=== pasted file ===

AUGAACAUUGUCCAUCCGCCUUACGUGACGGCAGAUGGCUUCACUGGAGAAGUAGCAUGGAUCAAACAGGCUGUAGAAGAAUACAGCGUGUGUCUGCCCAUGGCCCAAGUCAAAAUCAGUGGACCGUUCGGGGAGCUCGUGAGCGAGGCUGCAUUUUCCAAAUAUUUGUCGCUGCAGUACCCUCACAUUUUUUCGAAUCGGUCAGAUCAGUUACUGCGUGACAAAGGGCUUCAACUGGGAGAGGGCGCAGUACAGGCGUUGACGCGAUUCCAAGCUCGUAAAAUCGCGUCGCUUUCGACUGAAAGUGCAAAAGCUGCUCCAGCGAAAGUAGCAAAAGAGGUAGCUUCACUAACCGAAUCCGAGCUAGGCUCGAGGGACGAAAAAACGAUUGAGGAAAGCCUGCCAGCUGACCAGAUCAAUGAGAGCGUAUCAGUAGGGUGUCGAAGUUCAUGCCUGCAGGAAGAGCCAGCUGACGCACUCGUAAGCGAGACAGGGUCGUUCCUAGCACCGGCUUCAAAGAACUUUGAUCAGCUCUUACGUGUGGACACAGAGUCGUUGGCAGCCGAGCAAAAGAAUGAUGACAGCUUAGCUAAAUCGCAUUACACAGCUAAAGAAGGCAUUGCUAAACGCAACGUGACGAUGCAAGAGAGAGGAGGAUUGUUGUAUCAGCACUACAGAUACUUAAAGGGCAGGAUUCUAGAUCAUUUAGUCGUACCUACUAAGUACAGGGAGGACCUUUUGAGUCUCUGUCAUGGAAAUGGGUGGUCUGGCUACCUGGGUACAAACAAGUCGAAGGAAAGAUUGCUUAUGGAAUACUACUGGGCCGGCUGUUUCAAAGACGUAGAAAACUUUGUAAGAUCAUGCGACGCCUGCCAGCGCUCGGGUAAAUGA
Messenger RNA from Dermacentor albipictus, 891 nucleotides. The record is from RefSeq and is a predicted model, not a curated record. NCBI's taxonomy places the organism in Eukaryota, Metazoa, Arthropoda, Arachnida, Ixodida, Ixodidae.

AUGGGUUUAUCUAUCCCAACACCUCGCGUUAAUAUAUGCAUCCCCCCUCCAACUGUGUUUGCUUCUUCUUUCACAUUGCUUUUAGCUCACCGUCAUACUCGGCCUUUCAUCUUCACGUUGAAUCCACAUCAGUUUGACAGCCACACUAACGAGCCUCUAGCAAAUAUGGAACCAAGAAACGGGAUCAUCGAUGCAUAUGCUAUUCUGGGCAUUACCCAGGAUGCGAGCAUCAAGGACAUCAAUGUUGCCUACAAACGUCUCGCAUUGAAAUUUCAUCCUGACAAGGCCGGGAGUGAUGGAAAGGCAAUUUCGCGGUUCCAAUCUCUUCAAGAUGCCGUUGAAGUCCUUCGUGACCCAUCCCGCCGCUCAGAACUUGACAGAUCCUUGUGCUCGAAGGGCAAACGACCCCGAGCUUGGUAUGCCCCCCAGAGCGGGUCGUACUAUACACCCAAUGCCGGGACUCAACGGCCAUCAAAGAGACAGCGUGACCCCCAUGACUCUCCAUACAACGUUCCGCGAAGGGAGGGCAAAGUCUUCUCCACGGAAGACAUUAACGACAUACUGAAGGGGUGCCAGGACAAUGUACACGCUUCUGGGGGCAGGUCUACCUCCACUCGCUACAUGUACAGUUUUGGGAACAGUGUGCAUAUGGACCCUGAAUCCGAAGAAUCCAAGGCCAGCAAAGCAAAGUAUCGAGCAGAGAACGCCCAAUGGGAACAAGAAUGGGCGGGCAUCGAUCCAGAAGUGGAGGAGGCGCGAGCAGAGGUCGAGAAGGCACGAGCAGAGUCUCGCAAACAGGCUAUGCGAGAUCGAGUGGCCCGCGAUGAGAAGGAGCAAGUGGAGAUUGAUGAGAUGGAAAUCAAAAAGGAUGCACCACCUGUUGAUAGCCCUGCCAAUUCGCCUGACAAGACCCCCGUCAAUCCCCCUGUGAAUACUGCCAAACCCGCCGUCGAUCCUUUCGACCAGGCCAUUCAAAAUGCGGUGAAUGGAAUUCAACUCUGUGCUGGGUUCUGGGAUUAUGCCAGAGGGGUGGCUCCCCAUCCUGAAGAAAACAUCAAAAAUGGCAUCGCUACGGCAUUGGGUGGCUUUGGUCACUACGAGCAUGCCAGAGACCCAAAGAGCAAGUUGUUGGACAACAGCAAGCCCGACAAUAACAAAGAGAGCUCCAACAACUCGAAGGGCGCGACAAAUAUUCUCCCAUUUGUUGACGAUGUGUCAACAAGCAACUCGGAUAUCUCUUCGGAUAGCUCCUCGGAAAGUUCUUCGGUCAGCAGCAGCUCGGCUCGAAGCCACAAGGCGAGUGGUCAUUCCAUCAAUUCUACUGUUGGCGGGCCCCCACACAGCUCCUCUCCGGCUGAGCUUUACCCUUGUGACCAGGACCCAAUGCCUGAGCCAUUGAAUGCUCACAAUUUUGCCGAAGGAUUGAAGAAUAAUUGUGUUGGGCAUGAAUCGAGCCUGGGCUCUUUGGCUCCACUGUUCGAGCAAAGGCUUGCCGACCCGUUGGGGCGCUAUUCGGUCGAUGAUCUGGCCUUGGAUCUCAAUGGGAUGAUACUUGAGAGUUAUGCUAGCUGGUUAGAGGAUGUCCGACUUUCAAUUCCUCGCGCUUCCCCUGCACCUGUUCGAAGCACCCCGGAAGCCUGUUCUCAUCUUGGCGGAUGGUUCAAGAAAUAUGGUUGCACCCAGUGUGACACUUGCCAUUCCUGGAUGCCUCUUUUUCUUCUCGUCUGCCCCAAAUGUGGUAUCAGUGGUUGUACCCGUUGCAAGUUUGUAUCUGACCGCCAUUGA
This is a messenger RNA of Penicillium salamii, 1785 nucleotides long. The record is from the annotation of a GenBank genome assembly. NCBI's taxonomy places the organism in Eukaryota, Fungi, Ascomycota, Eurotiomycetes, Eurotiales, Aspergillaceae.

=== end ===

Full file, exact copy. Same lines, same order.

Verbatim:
AUGAACAUUGUCCAUCCGCCUUACGUGACGGCAGAUGGCUUCACUGGAGAAGUAGCAUGGAUCAAACAGGCUGUAGAAGAAUACAGCGUGUGUCUGCCCAUGGCCCAAGUCAAAAUCAGUGGACCGUUCGGGGAGCUCGUGAGCGAGGCUGCAUUUUCCAAAUAUUUGUCGCUGCAGUACCCUCACAUUUUUUCGAAUCGGUCAGAUCAGUUACUGCGUGACAAAGGGCUUCAACUGGGAGAGGGCGCAGUACAGGCGUUGACGCGAUUCCAAGCUCGUAAAAUCGCGUCGCUUUCGACUGAAAGUGCAAAAGCUGCUCCAGCGAAAGUAGCAAAAGAGGUAGCUUCACUAACCGAAUCCGAGCUAGGCUCGAGGGACGAAAAAACGAUUGAGGAAAGCCUGCCAGCUGACCAGAUCAAUGAGAGCGUAUCAGUAGGGUGUCGAAGUUCAUGCCUGCAGGAAGAGCCAGCUGACGCACUCGUAAGCGAGACAGGGUCGUUCCUAGCACCGGCUUCAAAGAACUUUGAUCAGCUCUUACGUGUGGACACAGAGUCGUUGGCAGCCGAGCAAAAGAAUGAUGACAGCUUAGCUAAAUCGCAUUACACAGCUAAAGAAGGCAUUGCUAAACGCAACGUGACGAUGCAAGAGAGAGGAGGAUUGUUGUAUCAGCACUACAGAUACUUAAAGGGCAGGAUUCUAGAUCAUUUAGUCGUACCUACUAAGUACAGGGAGGACCUUUUGAGUCUCUGUCAUGGAAAUGGGUGGUCUGGCUACCUGGGUACAAACAAGUCGAAGGAAAGAUUGCUUAUGGAAUACUACUGGGCCGGCUGUUUCAAAGACGUAGAAAACUUUGUAAGAUCAUGCGACGCCUGCCAGCGCUCGGGUAAAUGA
Messenger RNA from Dermacentor albipictus, 891 nucleotides. The record is from RefSeq and is a predicted model, not a curated record. NCBI's taxonomy places the organism in Eukaryota, Metazoa, Arthropoda, Arachnida, Ixodida, Ixodidae.

AUGGGUUUAUCUAUCCCAACACCUCGCGUUAAUAUAUGCAUCCCCCCUCCAACUGUGUUUGCUUCUUCUUUCACAUUGCUUUUAGCUCACCGUCAUACUCGGCCUUUCAUCUUCACGUUGAAUCCACAUCAGUUUGACAGCCACACUAACGAGCCUCUAGCAAAUAUGGAACCAAGAAACGGGAUCAUCGAUGCAUAUGCUAUUCUGGGCAUUACCCAGGAUGCGAGCAUCAAGGACAUCAAUGUUGCCUACAAACGUCUCGCAUUGAAAUUUCAUCCUGACAAGGCCGGGAGUGAUGGAAAGGCAAUUUCGCGGUUCCAAUCUCUUCAAGAUGCCGUUGAAGUCCUUCGUGACCCAUCCCGCCGCUCAGAACUUGACAGAUCCUUGUGCUCGAAGGGCAAACGACCCCGAGCUUGGUAUGCCCCCCAGAGCGGGUCGUACUAUACACCCAAUGCCGGGACUCAACGGCCAUCAAAGAGACAGCGUGACCCCCAUGACUCUCCAUACAACGUUCCGCGAAGGGAGGGCAAAGUCUUCUCCACGGAAGACAUUAACGACAUACUGAAGGGGUGCCAGGACAAUGUACACGCUUCUGGGGGCAGGUCUACCUCCACUCGCUACAUGUACAGUUUUGGGAACAGUGUGCAUAUGGACCCUGAAUCCGAAGAAUCCAAGGCCAGCAAAGCAAAGUAUCGAGCAGAGAACGCCCAAUGGGAACAAGAAUGGGCGGGCAUCGAUCCAGAAGUGGAGGAGGCGCGAGCAGAGGUCGAGAAGGCACGAGCAGAGUCUCGCAAACAGGCUAUGCGAGAUCGAGUGGCCCGCGAUGAGAAGGAGCAAGUGGAGAUUGAUGAGAUGGAAAUCAAAAAGGAUGCACCACCUGUUGAUAGCCCUGCCAAUUCGCCUGACAAGACCCCCGUCAAUCCCCCUGUGAAUACUGCCAAACCCGCCGUCGAUCCUUUCGACCAGGCCAUUCAAAAUGCGGUGAAUGGAAUUCAACUCUGUGCUGGGUUCUGGGAUUAUGCCAGAGGGGUGGCUCCCCAUCCUGAAGAAAACAUCAAAAAUGGCAUCGCUACGGCAUUGGGUGGCUUUGGUCACUACGAGCAUGCCAGAGACCCAAAGAGCAAGUUGUUGGACAACAGCAAGCCCGACAAUAACAAAGAGAGCUCCAACAACUCGAAGGGCGCGACAAAUAUUCUCCCAUUUGUUGACGAUGUGUCAACAAGCAACUCGGAUAUCUCUUCGGAUAGCUCCUCGGAAAGUUCUUCGGUCAGCAGCAGCUCGGCUCGAAGCCACAAGGCGAGUGGUCAUUCCAUCAAUUCUACUGUUGGCGGGCCCCCACACAGCUCCUCUCCGGCUGAGCUUUACCCUUGUGACCAGGACCCAAUGCCUGAGCCAUUGAAUGCUCACAAUUUUGCCGAAGGAUUGAAGAAUAAUUGUGUUGGGCAUGAAUCGAGCCUGGGCUCUUUGGCUCCACUGUUCGAGCAAAGGCUUGCCGACCCGUUGGGGCGCUAUUCGGUCGAUGAUCUGGCCUUGGAUCUCAAUGGGAUGAUACUUGAGAGUUAUGCUAGCUGGUUAGAGGAUGUCCGACUUUCAAUUCCUCGCGCUUCCCCUGCACCUGUUCGAAGCACCCCGGAAGCCUGUUCUCAUCUUGGCGGAUGGUUCAAGAAAUAUGGUUGCACCCAGUGUGACACUUGCCAUUCCUGGAUGCCUCUUUUUCUUCUCGUCUGCCCCAAAUGUGGUAUCAGUGGUUGUACCCGUUGCAAGUUUGUAUCUGACCGCCAUUGA
This is a messenger RNA of Penicillium salamii, 1785 nucleotides long. The record is from the annotation of a GenBank genome assembly. NCBI's taxonomy places the organism in Eukaryota, Fungi, Ascomycota, Eurotiomycetes, Eurotiales, Aspergillaceae.